GE Healthcare is going to take it slow as it pursues plans to install 10 wind turbines on its property to assist in defraying utility costs, an official from the company said in a meeting that brought several residents forward with concerns.
GE Healthcare was seeking approval of a conditional use permit to install the wind turbines on the property from the Plan Commission on Wednesday. But, when the project came forward, GE Healthcare’s general manager of global facilities and real estate, Mark Colananni, asked that the item be up for discussion and not approval.
Colananni estimated that the wind turbines proposed will be about 150 feet and 160 feet tall. The wind turbines, if eventually approved by the Plan Commission, would be the first in Waukesha.
“I know wind turbines can be very controversial,” said Colananni. “… What we want to do is get all community's input and thoughts on this.”
GE Healthcare wants to spend more time engineering the program and soliciting feedback about the towers from nearby Pewaukee, the Wisconsin Department of Natural Resources, the Federal Aviation Administration, Crites Field and the neighbors and residents who may want more information or have concerns, Colananni said.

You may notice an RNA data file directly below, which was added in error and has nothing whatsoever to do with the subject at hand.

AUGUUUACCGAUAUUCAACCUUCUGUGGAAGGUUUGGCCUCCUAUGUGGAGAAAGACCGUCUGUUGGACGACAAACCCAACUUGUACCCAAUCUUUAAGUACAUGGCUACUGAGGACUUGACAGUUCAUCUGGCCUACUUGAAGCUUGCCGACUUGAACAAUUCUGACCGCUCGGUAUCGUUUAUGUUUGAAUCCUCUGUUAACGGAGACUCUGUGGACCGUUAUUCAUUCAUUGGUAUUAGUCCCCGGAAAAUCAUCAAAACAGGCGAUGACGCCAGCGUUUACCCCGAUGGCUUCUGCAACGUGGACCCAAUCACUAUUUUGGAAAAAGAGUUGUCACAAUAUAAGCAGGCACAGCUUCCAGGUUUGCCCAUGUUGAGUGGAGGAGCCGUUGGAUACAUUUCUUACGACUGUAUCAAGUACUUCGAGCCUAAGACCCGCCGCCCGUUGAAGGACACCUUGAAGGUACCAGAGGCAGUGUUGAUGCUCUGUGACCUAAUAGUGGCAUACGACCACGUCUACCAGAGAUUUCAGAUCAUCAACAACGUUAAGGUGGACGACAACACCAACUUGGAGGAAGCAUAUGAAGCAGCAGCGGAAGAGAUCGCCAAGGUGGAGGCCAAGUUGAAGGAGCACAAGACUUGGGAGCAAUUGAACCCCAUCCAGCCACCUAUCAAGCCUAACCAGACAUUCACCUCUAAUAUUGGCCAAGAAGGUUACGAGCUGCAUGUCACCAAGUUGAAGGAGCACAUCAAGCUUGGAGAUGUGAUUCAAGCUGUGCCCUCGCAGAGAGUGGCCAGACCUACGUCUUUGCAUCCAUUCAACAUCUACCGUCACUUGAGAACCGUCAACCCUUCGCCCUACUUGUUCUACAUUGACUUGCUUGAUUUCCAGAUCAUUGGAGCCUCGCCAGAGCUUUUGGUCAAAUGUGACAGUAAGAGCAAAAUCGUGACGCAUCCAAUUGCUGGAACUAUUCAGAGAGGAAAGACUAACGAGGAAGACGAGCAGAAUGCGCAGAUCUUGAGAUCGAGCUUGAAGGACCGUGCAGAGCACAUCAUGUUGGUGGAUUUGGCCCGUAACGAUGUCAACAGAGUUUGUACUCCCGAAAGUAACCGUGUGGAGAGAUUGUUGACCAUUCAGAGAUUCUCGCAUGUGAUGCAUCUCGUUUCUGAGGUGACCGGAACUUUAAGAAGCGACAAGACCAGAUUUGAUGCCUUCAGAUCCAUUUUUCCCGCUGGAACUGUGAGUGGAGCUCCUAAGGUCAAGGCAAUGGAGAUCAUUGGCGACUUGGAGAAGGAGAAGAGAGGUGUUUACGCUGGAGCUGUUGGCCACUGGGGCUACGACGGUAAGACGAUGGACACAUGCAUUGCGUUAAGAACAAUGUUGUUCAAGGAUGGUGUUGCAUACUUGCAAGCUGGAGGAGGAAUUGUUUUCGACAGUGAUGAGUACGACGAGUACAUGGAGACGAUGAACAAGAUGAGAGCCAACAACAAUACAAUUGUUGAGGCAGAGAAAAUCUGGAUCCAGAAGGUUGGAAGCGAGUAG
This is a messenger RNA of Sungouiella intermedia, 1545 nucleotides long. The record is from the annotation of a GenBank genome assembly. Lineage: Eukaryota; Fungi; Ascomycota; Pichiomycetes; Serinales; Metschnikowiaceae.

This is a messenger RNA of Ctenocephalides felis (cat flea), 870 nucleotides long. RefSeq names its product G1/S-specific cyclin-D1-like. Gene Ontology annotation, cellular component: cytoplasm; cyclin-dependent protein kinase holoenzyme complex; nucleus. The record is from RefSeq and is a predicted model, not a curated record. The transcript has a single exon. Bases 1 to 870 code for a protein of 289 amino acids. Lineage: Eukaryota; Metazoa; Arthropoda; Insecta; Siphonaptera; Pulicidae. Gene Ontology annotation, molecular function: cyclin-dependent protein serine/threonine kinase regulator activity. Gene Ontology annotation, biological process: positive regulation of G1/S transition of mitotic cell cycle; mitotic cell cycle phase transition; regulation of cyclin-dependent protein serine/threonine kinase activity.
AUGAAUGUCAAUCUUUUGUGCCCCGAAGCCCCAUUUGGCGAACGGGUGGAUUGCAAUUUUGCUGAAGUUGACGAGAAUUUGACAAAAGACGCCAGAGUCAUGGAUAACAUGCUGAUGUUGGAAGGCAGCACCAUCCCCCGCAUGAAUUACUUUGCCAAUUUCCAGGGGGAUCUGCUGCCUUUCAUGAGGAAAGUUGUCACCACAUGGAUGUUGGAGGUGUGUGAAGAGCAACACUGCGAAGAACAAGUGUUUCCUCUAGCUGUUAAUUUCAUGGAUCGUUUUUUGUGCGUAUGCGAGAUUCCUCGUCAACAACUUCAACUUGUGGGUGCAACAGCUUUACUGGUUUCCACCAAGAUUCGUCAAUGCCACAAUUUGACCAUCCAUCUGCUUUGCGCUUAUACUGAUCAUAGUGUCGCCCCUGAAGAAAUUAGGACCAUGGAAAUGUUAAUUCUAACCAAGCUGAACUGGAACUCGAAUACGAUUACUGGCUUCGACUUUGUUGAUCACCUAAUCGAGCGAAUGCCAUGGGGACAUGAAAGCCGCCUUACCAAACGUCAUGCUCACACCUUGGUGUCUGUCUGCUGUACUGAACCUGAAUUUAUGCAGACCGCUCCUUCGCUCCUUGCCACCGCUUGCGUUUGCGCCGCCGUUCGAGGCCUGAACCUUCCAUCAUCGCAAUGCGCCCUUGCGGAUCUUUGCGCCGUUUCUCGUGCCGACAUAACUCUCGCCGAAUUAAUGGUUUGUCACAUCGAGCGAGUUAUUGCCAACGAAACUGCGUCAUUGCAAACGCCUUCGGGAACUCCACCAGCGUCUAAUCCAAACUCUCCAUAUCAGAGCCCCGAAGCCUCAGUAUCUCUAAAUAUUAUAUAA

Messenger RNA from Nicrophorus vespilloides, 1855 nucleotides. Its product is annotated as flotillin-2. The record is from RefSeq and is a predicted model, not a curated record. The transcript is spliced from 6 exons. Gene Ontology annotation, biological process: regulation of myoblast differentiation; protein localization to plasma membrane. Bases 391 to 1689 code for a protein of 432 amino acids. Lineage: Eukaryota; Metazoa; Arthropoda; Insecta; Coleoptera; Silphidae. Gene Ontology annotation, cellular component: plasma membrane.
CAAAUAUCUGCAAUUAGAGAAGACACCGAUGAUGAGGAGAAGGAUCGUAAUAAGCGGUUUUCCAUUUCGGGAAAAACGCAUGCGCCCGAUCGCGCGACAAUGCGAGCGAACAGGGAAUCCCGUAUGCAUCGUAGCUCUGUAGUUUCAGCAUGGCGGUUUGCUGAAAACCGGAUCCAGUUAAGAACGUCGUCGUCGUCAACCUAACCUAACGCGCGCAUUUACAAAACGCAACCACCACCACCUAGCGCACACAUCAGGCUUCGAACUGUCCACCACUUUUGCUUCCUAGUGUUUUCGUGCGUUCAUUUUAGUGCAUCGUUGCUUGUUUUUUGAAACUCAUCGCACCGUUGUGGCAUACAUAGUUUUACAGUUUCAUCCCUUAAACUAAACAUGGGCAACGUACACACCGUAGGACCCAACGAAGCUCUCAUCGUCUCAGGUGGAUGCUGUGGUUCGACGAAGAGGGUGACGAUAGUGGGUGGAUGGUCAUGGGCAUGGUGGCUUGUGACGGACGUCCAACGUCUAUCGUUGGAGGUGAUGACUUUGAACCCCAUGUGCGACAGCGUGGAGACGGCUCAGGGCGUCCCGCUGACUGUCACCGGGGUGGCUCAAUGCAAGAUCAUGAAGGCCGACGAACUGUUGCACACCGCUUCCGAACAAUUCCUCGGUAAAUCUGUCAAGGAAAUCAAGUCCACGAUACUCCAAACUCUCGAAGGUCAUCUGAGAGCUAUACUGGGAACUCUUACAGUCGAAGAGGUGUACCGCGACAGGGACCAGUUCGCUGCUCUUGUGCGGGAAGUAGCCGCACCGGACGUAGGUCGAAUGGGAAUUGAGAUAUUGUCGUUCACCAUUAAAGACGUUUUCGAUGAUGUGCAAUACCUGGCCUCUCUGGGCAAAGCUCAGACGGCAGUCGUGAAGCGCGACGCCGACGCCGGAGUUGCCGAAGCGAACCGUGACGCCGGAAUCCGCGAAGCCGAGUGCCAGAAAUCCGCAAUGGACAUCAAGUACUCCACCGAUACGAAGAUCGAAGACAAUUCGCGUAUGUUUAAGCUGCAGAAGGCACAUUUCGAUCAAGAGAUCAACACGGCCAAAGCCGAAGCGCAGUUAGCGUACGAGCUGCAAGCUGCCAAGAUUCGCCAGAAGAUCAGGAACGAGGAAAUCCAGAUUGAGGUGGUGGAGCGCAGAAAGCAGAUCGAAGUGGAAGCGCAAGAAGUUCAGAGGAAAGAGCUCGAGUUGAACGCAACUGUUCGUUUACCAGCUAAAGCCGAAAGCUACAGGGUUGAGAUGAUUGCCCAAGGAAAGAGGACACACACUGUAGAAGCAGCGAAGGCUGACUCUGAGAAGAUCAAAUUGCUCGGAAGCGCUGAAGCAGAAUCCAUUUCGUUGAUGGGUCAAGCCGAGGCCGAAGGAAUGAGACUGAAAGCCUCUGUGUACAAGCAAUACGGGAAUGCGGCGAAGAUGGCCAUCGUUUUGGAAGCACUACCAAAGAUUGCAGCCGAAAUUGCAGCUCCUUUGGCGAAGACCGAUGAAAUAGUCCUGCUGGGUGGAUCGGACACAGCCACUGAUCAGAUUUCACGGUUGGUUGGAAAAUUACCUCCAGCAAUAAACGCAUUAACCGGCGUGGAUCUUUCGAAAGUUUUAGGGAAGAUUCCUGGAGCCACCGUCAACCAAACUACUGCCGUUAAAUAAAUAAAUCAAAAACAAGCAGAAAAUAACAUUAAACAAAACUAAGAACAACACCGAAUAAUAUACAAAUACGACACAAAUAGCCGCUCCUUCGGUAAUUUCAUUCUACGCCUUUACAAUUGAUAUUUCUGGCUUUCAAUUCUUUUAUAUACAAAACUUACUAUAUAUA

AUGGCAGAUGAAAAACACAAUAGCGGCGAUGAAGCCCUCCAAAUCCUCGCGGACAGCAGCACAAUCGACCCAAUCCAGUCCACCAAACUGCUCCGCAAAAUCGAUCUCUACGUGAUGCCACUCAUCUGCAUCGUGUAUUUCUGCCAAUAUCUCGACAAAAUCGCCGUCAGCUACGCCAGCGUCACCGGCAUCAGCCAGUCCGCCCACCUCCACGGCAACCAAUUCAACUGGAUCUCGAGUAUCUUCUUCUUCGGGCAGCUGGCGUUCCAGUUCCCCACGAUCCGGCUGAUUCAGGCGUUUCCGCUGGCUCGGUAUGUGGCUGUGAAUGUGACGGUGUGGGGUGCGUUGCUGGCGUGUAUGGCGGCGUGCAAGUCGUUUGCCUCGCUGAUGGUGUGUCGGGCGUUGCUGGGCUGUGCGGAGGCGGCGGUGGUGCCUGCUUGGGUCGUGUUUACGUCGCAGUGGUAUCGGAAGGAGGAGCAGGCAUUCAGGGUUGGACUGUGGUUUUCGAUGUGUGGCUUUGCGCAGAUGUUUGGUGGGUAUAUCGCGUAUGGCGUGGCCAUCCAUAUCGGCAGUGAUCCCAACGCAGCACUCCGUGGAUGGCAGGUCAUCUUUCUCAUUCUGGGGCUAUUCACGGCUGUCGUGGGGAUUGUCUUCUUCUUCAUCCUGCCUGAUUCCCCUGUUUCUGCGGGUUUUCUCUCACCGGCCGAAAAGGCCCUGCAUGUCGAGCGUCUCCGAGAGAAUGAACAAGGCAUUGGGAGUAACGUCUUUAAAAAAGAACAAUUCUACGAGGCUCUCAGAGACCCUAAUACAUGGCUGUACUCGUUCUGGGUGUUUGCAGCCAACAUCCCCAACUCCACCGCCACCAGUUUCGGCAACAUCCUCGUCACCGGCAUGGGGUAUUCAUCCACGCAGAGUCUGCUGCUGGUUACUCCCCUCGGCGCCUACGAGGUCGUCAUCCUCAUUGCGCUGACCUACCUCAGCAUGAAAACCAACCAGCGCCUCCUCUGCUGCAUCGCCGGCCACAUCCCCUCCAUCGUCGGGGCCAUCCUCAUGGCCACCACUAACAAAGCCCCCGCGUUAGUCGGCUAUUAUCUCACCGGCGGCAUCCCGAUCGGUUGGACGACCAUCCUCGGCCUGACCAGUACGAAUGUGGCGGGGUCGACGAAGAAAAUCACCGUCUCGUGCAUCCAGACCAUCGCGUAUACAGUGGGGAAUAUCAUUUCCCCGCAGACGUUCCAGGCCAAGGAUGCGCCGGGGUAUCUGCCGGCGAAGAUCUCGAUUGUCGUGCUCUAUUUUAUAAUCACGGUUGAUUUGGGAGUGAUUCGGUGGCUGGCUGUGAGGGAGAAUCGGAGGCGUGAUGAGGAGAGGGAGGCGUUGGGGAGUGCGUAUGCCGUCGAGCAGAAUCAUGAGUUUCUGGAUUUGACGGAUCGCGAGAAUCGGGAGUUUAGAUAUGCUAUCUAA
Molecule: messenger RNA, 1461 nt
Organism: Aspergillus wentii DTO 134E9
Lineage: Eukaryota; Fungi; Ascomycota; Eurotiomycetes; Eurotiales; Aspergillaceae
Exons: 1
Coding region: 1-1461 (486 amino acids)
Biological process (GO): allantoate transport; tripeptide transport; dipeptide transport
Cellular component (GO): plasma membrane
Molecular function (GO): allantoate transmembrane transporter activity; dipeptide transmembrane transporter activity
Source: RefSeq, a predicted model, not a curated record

“We are in the early stages here,” Colananni said. “We will make sure we get everyone’s input.”
Plan Commissioner R.G. Keller asked if the wind turbines would be made at Manitowoc’s Tower Tech. Colananni did not commit to a vendor but did say GE Healthcare is looking at having the wind turbines made in the United States.
The wind turbines were placed on the Plan Commission agenda as if GE Healthcare was seeking approval of the conditional use permit Wednesday night, which irked some nearby Waukesha residents.
The residents spoke about airport safety concerns, the aesthetic changes to the area and environmental impacts
Joseph Cottrell, who lives on Northview Road, said it was “a form of insanity” to place the wind turbines close to the airport and he was glad that the project was stalled.
“It has enormous impact on airport safety,” Cottrell said.